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1

Did you read http://postgis.net/docs/ST_Contains.html? ST_Contains — Returns true if and only if no points of B lie in the exterior of A, and at least one point of the interior of B lies in the interior of A. Creating SQL queries which construct geometry from WKT is a good and controlled way for testing the syntax select ST_Contains( ...


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subprocess.call and subprocess.check_call both take lists with strings as input and separate each argument with a blank space. Your command would be: import os, subprocess base_path = "some/file/path" loadfile = os.path.join(base_path, "file.xml") command = ["C:\\Program Files\\QGIS Chugiak\\bin\\ogr2ogr.exe", "--config", "PG_LIST_ALL_TABLES", ...


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You could make a tiny Python script, e.g. wkt2json.py #!/usr/bin/env python import sys from osgeo import ogr ogr.UseExceptions() print(ogr.CreateGeometryFromWkt(sys.argv[1]).ExportToJson()) And use it with the WKT in double quotes as the first and only argument: $ python wkt2json.py "POINT(4 5)" { "type": "Point", "coordinates": [ 4.0, 5.0 ] }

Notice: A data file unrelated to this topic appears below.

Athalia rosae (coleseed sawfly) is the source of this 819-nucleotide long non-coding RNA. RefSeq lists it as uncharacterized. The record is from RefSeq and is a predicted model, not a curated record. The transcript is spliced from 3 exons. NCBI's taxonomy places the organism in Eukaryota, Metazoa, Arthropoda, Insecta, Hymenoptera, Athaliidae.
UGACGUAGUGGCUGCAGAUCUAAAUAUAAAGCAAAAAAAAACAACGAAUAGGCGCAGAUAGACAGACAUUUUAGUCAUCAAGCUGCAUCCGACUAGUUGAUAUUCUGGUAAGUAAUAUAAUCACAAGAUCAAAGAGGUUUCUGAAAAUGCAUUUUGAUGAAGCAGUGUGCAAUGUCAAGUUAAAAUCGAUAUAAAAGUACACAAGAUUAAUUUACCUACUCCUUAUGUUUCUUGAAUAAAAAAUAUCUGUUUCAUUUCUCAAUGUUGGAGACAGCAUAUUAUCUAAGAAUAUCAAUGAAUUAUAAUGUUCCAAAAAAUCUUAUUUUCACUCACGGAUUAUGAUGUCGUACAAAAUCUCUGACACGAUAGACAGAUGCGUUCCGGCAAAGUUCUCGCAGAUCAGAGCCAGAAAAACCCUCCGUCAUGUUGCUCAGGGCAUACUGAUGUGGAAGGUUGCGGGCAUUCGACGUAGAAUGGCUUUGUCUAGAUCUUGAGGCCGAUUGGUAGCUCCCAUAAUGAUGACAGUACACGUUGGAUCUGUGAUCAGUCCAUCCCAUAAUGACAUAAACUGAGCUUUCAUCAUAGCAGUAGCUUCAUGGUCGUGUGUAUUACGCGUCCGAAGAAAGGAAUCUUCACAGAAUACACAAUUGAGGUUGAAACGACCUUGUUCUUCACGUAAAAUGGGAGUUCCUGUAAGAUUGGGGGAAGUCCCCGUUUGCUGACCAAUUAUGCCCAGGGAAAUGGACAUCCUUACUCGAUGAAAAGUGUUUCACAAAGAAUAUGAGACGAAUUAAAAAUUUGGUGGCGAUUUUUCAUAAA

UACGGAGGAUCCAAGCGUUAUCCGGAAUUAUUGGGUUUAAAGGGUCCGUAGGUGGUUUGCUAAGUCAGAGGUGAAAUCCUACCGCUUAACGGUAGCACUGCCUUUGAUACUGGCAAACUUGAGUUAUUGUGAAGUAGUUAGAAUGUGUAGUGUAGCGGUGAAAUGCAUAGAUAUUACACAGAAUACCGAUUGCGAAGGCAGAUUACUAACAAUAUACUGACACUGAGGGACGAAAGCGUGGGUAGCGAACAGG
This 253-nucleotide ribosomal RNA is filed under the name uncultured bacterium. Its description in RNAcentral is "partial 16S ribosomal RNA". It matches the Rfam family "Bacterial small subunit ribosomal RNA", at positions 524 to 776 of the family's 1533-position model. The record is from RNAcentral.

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Use the SQLite in-memory database: :memory: ogr2ogr -f CSV /vsistdout/ ":memory:" -dialect sqlite \ -sql "SELECT AsGeoJSON(GeomFromText('POLYGON ((-94.1748 26.90248,-94.1748 27.60567,-93.07617 27.60567,-93.07617 26.90248,-94.1748 26.90248))', 4326)) AS wktIntersection"


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Without knowing your dataset I can't be 100% sure, but I'd wager you can solve this by adding -dialect sqlite since ST_Intersects is a Spatialite SQL function. Your command should be /opt/gdal-custom/bin/ogr2ogr -f CSV /vsistdout/ foo.shp -dialect sqlite -sql "SELECT * FROM foo "


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I guess that ST_Intersects(Geom1, Geom2) will test a spatial relationship between two elements and return a boolean (True or False), what you need here is probably ST_Intersection(Geom1, Geom2) if you want to create a geometry (resulting of the intersections of the two others passed in arguments). (If it is ST_Intersects() that you need, it should probably ...



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